What Kind of Collateral Do I Need for a Business Loan?

What Kind of Collateral Do I Need for a Business Loan?

You have a vision and you want to apply for a small business loan to bring it to pass. Congratulations! This is an exciting moment for any entrepreneur.

Yet you may soon find out, if you haven’t already, that finding and qualifying for the right small business loan isn’t always easy. Between gathering the small mountain of documents you’ll need to supply and deciphering each lender’s qualification (and collateral) requirements, applying for a business loan can be quite confusing.

One fact is certain – the more prepared you are when you apply for a small business loan, the better your chances of being approved.

Here are four simple steps to get ready for your business loan application.

  • Look at your situation honestly.
  • Create a solid business plan.
  • Find the right financing option and lender.
  • Gather your documents.

1) Look at your situation honestly.

Before you can qualify for a commercial loan, you’ll need to prove that doing business with your company is a good risk. This means you’ll need to pass successfully through a lender’s qualification process.

Factors you should consider (because they will matter to lenders) include:

  • Is your business and personal credit in good shape? – You can be sure that the condition of your credit is going to matter whenever you apply for a new small business loan. If you haven’t checked your business and personal credit lately, you can access this information by setting up a free account with Nav. Bad credit isn’t necessarily a deal killer, but credit score problems could mean fewer financing options available.
  • How long have you been in business? – If your business is young, qualifying for certain types of loans can be challenging. A startup loan may be the best place for you to search for initial funding.
  • Do your business financials look good? – A thriving company with solid financials is more likely to qualify for attractive terms from lenders. A struggling company, on the other hand, may need to look at alternative funding options and might have difficulty qualifying for financing at all.
  • Are you willing to put up collateral to secure financing? – Depending upon the type of financing you need, a lender might ask you to put up assets (aka collateral) to secure a loan. Collateral requirements may be satisfied with equipment, real estate, accounts receivable, and even personal property. (See below for answers to frequently asked questions about collateral.)
  • Is a personal guarantee something you’re comfortable providing? – Another way that lenders can reduce risk is by making sure that you, the business owner, have some skin in the game. If you’re willing to put your personal name on the line to secure financing, it can make lenders feel better about your likelihood to repay the loan (especially if you have good personal credit).
  • Why do you want to borrow money? – When you apply for a loan you need to know specifically what you plan to use the money to accomplish. You can bet lenders will want to know your plans with the money you’re applying to borrow as well. Having a good answer to this question could be the difference between an approval and a denial.
Resources Page

Can't get enough? We've got tons of business tools and resources right here.

2) Create a solid business plan. 

Part of convincing a lender that loaning your business money is a good risk involves demonstrating that you have a solid plan for the future of your company. A good business plan should contain:

  • A sound description of what your business does, who it serves, and how you stand out among the competition in your industry. The Small Business Administration (SBA), for example, requires your business to have a “sound business purpose” to be eligible for financing.
  • Short and long-term goals you’ve set for your company in terms of annual revenue and profit.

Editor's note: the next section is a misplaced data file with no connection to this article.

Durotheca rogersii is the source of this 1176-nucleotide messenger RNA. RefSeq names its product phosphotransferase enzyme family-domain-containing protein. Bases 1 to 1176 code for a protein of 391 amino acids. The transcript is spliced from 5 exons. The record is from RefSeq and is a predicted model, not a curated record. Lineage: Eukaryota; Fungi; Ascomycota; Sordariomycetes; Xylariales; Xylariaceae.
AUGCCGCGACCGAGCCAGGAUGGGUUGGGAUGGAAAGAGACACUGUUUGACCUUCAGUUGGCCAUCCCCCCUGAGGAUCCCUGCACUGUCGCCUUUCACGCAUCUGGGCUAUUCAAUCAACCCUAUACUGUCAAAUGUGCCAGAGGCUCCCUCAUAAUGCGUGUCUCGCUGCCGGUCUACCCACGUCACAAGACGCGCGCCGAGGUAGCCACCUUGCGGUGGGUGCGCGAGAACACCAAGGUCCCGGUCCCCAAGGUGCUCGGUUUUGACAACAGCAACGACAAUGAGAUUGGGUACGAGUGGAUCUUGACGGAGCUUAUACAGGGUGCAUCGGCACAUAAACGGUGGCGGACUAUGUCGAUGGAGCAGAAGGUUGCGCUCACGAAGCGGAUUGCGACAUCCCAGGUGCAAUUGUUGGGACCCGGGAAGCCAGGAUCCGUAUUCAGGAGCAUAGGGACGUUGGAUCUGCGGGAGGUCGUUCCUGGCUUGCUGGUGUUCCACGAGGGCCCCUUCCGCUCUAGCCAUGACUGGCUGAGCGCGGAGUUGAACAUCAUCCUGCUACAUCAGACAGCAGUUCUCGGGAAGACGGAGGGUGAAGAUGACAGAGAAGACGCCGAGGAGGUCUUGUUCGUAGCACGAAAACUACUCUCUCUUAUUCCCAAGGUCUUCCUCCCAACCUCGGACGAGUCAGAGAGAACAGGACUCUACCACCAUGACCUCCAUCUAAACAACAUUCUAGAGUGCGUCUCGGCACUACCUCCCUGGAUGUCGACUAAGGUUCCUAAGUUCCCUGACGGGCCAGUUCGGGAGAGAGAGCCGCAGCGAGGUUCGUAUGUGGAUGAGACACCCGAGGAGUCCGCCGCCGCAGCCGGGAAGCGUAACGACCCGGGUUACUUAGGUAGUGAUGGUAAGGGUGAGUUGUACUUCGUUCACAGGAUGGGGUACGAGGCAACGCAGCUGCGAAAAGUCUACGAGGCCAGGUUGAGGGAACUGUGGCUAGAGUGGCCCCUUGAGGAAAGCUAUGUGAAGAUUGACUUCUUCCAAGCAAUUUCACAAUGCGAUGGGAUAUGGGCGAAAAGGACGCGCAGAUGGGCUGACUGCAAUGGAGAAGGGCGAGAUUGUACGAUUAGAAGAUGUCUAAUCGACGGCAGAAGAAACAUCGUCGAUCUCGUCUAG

• How much financing you need to reach your goals and the specific ways you plan to invest the money you borrow to help your company succeed.

Ready to create a business plan of your own? Here’s a step-by-step guide.

3) Find the right financing option and lender.

Determining which financing option and lender is the best fit for your company is more complicated than it seems on the surface. There are over 44 different types of business financing including:

  • Business Credit Cards
  • Business Lines of Credit
  • SBA Loans
  • Startup Business Loans
  • Microloans
  • Business Loans Without Collateral
  • Peer-to-Peer Lending
  • Asset-Based Financing
  • Short-Term Loans
  • Long-Term Loans
  • Accounts Receivable Financing
  • Bad Credit Business Loans
  • Invoice Factoring
  • Seller Financing

In addition to 44+ types of financing, there are hundreds of lenders (including banks, online lenders, and more) who offer various financing options to businesses. It can be overwhelming to simply identify the right loan program. Finding the best deal among hundreds of small business lenders can feel downright impossible.

Nav’s online marketplace can help you to filter through the noise and find the best financing options available, based on your credit and other factors.

4) Gather your documents.

Once you’ve chosen your preferred lender and loan product, it’s time to gather up the information you’ll need to complete a loan application. Every lender is different, but most have common documentation requirements such as:

  • Tax returns (business and personal, generally for the past 1-2 years)
  • Bank statements (business and personal, generally for the past 6-12 months)
  • Profit and loss statements
  • Existing business debts
  • Incorporation paperwork
  • Employer Identification Number (EIN)
  • DBA registration, if applicable
  • Business licenses and permits
  • Proof of collateral

Frequently Asked Questions About Collateral for Business Loans

Keep reading to learn about how collateral can help you secure a loan, what types of collateral lenders may accept, and how to possibly avoid the requirement altogether.

Do I need collateral for a business loan?

A simple definition of collateral is an asset you promise a lender if your business can’t pay back the money it borrows. In the event of a loan default, the bank can take ownership of the asset and sell it to recuperate some of its lost funds. These types of loans are sometimes called “secured” or “collateral loans on property.”

Many banks require business loans to be completely collateralized. So, if you want to borrow $50,000 for your business, you’ll need to put up $50,000 worth of assets to back the loan.